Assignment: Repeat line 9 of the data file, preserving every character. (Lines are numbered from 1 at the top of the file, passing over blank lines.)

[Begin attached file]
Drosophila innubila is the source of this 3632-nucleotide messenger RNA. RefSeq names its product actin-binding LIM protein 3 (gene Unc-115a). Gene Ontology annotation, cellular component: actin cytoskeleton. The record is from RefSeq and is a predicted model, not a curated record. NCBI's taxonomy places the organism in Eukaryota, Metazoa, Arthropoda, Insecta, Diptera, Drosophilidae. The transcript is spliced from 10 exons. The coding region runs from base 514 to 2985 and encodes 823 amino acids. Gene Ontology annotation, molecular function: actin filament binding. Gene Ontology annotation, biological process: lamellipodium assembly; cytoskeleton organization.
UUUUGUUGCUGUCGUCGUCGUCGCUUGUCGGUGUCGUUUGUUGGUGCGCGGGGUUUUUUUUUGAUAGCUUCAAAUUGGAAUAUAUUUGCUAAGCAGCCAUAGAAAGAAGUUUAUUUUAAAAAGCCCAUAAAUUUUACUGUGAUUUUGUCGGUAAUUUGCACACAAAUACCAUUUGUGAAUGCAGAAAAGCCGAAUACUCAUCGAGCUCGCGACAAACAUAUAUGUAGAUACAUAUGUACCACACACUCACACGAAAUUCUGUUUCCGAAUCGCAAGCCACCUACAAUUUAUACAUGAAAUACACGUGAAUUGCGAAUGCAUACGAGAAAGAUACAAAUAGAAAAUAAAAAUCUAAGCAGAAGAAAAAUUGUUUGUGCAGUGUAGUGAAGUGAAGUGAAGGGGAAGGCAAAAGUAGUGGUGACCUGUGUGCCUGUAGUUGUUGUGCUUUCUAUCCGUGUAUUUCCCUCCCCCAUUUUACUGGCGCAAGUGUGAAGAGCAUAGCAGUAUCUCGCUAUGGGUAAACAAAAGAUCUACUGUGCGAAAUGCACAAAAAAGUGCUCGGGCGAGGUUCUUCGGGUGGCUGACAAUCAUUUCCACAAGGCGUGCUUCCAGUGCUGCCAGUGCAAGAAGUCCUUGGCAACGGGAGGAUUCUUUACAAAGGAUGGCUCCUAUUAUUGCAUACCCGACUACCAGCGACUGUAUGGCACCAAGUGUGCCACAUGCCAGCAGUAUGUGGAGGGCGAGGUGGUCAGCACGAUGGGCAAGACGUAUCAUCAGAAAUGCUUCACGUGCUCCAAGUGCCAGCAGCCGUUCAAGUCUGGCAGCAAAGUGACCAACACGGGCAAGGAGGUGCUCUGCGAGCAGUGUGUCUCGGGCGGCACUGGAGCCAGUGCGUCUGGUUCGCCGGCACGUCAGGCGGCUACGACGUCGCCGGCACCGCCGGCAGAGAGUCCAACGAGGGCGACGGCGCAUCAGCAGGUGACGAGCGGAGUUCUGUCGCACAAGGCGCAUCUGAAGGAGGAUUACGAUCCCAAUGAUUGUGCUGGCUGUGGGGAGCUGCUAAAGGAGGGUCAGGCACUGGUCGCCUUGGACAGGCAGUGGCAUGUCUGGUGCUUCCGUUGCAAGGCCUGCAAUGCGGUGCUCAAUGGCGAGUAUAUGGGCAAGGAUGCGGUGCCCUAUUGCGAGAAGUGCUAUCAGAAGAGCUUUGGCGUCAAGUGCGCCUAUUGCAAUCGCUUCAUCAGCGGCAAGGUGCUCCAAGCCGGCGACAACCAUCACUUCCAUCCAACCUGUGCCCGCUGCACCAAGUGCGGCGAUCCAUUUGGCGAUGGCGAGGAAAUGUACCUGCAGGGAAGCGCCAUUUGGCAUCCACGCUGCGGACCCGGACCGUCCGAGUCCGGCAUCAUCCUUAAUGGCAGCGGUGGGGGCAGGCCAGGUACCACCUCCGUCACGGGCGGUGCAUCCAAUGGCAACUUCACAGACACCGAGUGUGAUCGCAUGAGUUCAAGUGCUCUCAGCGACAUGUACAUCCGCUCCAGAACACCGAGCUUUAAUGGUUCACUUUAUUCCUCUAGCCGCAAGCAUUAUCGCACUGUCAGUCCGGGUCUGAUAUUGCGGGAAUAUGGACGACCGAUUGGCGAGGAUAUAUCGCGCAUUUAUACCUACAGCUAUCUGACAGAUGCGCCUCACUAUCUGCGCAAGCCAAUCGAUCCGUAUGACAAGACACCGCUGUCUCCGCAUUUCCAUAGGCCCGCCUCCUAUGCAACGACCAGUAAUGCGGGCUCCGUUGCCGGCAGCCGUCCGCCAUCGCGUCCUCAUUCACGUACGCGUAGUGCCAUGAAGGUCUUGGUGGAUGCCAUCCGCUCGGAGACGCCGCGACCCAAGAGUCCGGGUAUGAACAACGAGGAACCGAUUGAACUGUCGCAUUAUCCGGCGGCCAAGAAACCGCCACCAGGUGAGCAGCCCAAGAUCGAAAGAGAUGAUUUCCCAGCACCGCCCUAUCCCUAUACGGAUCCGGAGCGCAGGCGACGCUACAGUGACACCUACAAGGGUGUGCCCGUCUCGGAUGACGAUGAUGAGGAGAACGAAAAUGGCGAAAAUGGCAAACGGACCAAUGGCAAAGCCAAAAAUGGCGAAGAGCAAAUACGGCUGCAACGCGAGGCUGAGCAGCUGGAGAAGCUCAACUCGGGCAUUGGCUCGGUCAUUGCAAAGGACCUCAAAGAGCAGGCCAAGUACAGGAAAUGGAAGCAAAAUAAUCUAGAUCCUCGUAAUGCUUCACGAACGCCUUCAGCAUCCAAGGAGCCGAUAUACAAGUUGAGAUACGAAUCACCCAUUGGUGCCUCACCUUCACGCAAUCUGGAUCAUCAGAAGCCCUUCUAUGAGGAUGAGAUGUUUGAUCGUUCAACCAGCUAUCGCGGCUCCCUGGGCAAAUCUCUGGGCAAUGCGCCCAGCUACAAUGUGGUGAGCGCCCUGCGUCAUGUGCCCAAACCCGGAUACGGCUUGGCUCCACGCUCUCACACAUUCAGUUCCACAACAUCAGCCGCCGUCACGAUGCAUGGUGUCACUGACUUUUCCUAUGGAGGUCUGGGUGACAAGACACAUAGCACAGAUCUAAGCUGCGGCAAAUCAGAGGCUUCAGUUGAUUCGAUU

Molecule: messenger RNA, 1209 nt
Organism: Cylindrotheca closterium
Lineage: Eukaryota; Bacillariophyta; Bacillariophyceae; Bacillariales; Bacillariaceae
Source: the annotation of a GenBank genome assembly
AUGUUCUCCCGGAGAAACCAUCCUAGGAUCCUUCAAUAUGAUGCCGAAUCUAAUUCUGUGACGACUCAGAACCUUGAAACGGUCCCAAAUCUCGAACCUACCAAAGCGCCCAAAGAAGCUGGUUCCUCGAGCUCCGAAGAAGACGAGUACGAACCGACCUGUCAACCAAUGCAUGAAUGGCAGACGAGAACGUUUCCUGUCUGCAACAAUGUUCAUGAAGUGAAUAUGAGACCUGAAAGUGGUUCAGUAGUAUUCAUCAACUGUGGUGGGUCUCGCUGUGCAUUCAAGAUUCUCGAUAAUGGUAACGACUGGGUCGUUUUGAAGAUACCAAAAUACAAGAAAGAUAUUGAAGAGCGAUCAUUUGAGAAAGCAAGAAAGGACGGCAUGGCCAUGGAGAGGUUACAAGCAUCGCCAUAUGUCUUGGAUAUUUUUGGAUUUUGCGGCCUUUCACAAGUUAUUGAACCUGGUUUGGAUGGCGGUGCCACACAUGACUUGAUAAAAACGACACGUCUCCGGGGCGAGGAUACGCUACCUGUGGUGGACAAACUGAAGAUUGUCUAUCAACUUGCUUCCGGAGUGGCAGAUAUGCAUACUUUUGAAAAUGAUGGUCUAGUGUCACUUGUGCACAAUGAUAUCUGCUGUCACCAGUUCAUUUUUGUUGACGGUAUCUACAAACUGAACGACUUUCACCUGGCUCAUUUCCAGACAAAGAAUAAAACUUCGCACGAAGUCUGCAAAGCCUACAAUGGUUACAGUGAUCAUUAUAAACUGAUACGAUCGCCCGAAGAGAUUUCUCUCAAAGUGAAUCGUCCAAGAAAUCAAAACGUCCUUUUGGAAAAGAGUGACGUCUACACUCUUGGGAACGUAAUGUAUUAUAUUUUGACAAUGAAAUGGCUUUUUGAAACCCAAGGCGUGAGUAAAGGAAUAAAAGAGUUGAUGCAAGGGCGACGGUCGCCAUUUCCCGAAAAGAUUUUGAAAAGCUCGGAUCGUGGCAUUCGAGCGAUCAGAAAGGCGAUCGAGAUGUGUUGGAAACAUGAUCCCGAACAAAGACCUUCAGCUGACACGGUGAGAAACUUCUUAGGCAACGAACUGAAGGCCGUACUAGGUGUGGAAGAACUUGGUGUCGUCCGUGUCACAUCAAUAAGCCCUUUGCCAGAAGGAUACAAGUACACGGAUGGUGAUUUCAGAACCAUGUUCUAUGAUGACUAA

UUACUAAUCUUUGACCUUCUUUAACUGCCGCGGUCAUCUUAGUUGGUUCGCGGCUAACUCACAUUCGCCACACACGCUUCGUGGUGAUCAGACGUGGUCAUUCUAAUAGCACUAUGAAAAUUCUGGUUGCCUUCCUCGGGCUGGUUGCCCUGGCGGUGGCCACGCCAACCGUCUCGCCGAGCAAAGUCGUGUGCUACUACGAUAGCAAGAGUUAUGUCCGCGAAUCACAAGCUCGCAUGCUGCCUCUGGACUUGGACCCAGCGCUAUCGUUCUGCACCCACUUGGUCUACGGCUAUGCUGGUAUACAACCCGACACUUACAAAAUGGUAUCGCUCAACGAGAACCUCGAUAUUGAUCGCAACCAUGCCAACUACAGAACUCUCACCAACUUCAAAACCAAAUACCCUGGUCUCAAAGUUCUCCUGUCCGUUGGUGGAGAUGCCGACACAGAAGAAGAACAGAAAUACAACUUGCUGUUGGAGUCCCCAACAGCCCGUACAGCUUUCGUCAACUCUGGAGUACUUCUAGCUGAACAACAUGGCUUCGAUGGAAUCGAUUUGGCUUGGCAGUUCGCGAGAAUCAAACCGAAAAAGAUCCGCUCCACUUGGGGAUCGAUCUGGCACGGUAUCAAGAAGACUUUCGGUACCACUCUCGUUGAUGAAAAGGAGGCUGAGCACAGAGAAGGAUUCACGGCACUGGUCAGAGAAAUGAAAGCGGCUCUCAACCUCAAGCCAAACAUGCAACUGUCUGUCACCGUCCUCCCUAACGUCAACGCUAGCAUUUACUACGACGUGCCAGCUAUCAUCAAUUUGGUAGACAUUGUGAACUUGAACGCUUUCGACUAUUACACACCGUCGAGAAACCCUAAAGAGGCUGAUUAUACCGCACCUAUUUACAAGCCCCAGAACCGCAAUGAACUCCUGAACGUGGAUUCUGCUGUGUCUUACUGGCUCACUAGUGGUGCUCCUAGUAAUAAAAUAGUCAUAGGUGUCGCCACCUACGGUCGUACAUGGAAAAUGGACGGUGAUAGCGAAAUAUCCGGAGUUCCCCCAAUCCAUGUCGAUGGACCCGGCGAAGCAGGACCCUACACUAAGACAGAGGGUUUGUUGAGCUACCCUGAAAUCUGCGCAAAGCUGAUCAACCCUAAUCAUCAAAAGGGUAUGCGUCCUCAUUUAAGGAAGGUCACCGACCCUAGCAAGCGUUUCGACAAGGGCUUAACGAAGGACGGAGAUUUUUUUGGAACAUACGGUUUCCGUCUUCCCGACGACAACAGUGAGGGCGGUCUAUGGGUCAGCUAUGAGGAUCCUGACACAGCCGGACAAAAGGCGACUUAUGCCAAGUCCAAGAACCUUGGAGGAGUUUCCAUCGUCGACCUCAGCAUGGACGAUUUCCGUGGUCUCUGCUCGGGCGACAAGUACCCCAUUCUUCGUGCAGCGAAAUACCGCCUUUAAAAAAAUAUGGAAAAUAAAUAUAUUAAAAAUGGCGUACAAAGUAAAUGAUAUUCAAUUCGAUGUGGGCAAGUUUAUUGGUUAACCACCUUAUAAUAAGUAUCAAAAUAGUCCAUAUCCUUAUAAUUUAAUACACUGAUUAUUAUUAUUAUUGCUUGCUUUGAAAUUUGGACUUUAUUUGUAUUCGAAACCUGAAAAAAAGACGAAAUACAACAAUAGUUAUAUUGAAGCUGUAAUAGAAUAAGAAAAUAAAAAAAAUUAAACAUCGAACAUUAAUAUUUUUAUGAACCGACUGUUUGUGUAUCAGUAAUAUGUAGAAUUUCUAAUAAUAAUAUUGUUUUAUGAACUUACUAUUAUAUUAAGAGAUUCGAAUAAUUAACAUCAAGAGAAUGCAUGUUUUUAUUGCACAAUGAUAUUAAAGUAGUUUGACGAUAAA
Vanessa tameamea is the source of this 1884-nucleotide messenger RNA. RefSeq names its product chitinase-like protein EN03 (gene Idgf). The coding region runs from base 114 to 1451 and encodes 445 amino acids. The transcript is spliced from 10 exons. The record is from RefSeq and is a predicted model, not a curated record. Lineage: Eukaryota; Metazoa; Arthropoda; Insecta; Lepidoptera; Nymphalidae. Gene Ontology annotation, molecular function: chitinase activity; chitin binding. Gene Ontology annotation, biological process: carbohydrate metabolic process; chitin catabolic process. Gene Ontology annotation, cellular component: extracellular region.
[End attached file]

Vanessa tameamea is the source of this 1884-nucleotide messenger RNA. RefSeq names its product chitinase-like protein EN03 (gene Idgf). The coding region runs from base 114 to 1451 and encodes 445 amino acids. The transcript is spliced from 10 exons. The record is from RefSeq and is a predicted model, not a curated record. Lineage: Eukaryota; Metazoa; Arthropoda; Insecta; Lepidoptera; Nymphalidae. Gene Ontology annotation, molecular function: chitinase activity; chitin binding. Gene Ontology annotation, biological process: carbohydrate metabolic process; chitin catabolic process. Gene Ontology annotation, cellular component: extracellular region.